Funeral of the late Mr. G. Macpherson
"The burial of the late Mr. George Macpherson, of Carnamah, (Midland Railway), took place on Monday afternoon last, in the Anglican portion of the Culham Cemetery. The deceased, who came to his death as the result of a gun accident which happened on Friday morning last at Carnamah, while out shooting with his brother, Mr. Donald Macpherson, was widely respected in the district, and general regret was expressed at his untoward end. He was the youngest son of the late Mr. Duncan Macpherson, and was 41 years of age at the time of his death. The remains of the deceased were enclosed in a polished jarrah casket, mounted with silver-plated handles, and were conveyed from Perth and Newcastle by train, and thence per road to the Culham Cemetery, where the remains were laid in the family grave. The chief mourners were: Messrs. John and Donald Macpherson, brothers; Messrs. Duncan and Donald Macpherson, Donald J. Chipper, and A. Stevens, cousins. The pall-bearers were: Messrs. S. F. Moore, M.L.A., Samuel J. Phillips, J. H. Phillips, A. E. Viveash, N. Bostock, and G. Viveash. The funeral service at the grave was read by the Rev. J. Ellis. The funeral arrangements were carried out by Mr. J. Worth, of Newcastle."

From The Western Mail newspaper, Saturday 31 December 1904:
"Macpherson - At Perth, W.A., on December 25, 1904, suddenly through the result of an accident, George, the youngest son of the late Duncan Macpherson, of Carnamah, Midland Railway, W.A., aged 41 years. Deeply regretted by his loving sisters and brothers."

From The Newcastle Herald and Toodyay District Chronicle newspaper, Saturday 7 January 1905:
Death of Mr. G. Mcapherson
"A fatal gun accident occurred on Friday, December 23rd, resulting in the death of Mr. George Mcapherson (of Macpherson Bros., of Carnamah), on the Midland railway. It appears that Mr. Macpherson, with his brother, Donald, went out shooting, about 20 miles from home. When half the homewards journey had been accomplished, Donald alighted from the buggy to give a black tracker some rations, leaving his brother holding the reins, with a double-barrelled gun between his knees. As he turned to get in again, he heard two reports, and saw his brother lying on the ground. The reins had become entangled with the triggers, and the charge in both barrels had exploded, entering Mr. Macpherson's right arm near the shoulder. Mr. Donald Macpherson placed his brother in the trap, drove him to the station, and they boarded the train for Perth. Dr. Kelsall joined the train at one of the stations en route, and did all that was possible for the sufferer. On arrival he was taken to Miss McKimmie's hospital, and attended by Dr. Kelsall. The next day an operation was considered advisable, and in the afternoon Dr. Kelsall amputated the injured limb at the shoulder. The patient appeared fairly well after the operation, but at 2:30 p.m. on the following Sunday morning he died, as stated, from shock. The body was conveyed to Newcastle by the 5 o'clock train from Perth on the Monday morning. The remains of the deceased were deposited in the family grave at Culham in the presence of a large gathering of sorrowing friends. The funeral service was read by the Rev. J. Ellis. The deceased, who was a single man 41 years of age, was a popular member of a large and well known family, and great regret and sympathy has been occasioned by his untimely death."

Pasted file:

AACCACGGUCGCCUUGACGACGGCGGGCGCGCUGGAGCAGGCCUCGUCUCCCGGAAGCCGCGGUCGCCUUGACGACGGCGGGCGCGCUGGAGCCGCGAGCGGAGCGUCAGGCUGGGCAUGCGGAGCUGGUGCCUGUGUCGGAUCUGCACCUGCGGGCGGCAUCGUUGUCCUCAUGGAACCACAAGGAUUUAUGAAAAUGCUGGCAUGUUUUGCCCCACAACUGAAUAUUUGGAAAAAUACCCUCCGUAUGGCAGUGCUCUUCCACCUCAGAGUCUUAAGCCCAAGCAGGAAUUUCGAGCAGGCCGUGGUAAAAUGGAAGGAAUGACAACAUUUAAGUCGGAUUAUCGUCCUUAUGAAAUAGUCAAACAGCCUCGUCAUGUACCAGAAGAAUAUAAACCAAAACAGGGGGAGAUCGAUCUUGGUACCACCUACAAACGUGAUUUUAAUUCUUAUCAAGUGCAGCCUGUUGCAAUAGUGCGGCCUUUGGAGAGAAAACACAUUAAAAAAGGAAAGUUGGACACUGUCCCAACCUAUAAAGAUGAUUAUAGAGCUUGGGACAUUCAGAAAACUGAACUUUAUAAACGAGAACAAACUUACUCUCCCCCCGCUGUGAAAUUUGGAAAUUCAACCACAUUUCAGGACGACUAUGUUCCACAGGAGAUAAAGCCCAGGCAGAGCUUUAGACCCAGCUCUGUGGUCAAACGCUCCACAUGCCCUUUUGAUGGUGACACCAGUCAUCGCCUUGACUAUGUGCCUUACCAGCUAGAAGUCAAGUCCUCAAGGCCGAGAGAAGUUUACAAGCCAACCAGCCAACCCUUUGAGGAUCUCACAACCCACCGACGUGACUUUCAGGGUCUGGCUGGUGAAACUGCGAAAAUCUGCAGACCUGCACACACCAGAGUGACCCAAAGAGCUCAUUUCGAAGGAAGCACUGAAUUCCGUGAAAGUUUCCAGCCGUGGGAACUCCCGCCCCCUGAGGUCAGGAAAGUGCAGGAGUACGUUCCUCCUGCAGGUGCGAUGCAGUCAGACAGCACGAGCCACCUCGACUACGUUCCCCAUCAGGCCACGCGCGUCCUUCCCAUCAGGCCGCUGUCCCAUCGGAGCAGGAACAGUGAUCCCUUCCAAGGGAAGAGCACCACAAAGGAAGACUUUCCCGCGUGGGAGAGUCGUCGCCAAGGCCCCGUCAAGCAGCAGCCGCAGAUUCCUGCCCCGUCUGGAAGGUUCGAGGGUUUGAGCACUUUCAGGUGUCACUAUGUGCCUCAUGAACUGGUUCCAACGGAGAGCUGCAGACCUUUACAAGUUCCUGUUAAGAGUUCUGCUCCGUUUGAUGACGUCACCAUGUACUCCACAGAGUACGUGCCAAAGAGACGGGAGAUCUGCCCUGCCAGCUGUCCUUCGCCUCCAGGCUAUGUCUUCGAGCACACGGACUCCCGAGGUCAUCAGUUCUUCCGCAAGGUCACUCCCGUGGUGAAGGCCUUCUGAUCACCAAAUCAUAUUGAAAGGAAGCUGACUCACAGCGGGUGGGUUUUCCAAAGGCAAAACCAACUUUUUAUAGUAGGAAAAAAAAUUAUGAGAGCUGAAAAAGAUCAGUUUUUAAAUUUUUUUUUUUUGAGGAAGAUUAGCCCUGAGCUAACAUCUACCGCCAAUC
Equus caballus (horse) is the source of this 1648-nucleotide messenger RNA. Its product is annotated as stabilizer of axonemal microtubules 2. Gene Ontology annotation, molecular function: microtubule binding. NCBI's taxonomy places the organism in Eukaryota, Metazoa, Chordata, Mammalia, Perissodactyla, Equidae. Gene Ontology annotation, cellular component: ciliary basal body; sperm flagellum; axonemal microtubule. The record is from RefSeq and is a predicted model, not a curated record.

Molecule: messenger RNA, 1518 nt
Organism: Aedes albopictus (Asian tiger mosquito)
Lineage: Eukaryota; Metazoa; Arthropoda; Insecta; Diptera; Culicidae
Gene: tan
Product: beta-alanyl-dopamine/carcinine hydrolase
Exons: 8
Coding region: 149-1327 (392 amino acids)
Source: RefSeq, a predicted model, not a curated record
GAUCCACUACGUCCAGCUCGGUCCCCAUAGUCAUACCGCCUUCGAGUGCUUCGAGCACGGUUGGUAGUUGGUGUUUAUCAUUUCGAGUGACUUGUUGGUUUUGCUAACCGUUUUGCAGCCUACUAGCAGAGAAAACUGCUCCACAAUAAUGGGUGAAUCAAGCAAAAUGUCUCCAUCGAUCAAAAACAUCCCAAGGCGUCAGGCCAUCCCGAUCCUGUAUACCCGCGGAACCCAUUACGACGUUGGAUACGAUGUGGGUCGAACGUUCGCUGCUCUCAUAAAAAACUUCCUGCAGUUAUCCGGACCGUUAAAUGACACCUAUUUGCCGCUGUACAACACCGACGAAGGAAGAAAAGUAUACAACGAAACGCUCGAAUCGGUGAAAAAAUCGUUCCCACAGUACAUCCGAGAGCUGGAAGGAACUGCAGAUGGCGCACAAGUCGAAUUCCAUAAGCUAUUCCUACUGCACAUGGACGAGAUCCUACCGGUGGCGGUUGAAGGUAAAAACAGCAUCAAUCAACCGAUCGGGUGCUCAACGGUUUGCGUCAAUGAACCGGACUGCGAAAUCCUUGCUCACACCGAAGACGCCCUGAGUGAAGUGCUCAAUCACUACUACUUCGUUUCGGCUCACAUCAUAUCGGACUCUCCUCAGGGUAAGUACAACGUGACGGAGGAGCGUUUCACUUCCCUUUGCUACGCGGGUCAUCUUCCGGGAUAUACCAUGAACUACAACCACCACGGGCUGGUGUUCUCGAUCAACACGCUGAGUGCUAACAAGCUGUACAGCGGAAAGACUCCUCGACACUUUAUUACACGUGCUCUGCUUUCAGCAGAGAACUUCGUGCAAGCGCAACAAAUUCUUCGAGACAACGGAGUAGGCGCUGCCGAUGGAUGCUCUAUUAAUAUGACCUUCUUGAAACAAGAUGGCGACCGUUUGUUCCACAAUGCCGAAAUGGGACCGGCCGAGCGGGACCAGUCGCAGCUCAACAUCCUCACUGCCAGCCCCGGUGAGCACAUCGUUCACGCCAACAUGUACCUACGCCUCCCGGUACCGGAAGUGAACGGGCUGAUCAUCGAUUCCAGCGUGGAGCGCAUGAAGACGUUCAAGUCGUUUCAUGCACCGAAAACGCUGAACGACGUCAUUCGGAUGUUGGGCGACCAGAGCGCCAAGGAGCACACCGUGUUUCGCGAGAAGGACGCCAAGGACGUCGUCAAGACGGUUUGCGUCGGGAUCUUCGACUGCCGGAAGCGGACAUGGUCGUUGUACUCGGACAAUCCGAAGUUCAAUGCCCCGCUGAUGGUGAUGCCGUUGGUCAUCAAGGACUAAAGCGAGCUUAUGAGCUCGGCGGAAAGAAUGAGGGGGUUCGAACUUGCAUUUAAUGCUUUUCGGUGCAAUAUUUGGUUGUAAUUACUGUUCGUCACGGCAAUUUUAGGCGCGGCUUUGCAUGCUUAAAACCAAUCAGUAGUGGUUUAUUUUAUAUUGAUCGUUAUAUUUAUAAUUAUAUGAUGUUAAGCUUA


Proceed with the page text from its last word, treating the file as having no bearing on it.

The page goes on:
Reference:  Carnamah Historical Society & Museum and North Midlands Project, 'George Macpherson' in Biographical Dictionary of Coorow, Carnamah and Three Springs, retrieved 22 July 2024 from [reference list]

Use the below form or email

Comment, memory or story about this person
Suggested correction or additional information
Question or general feedback
Please enter this code into the box to confirm your request.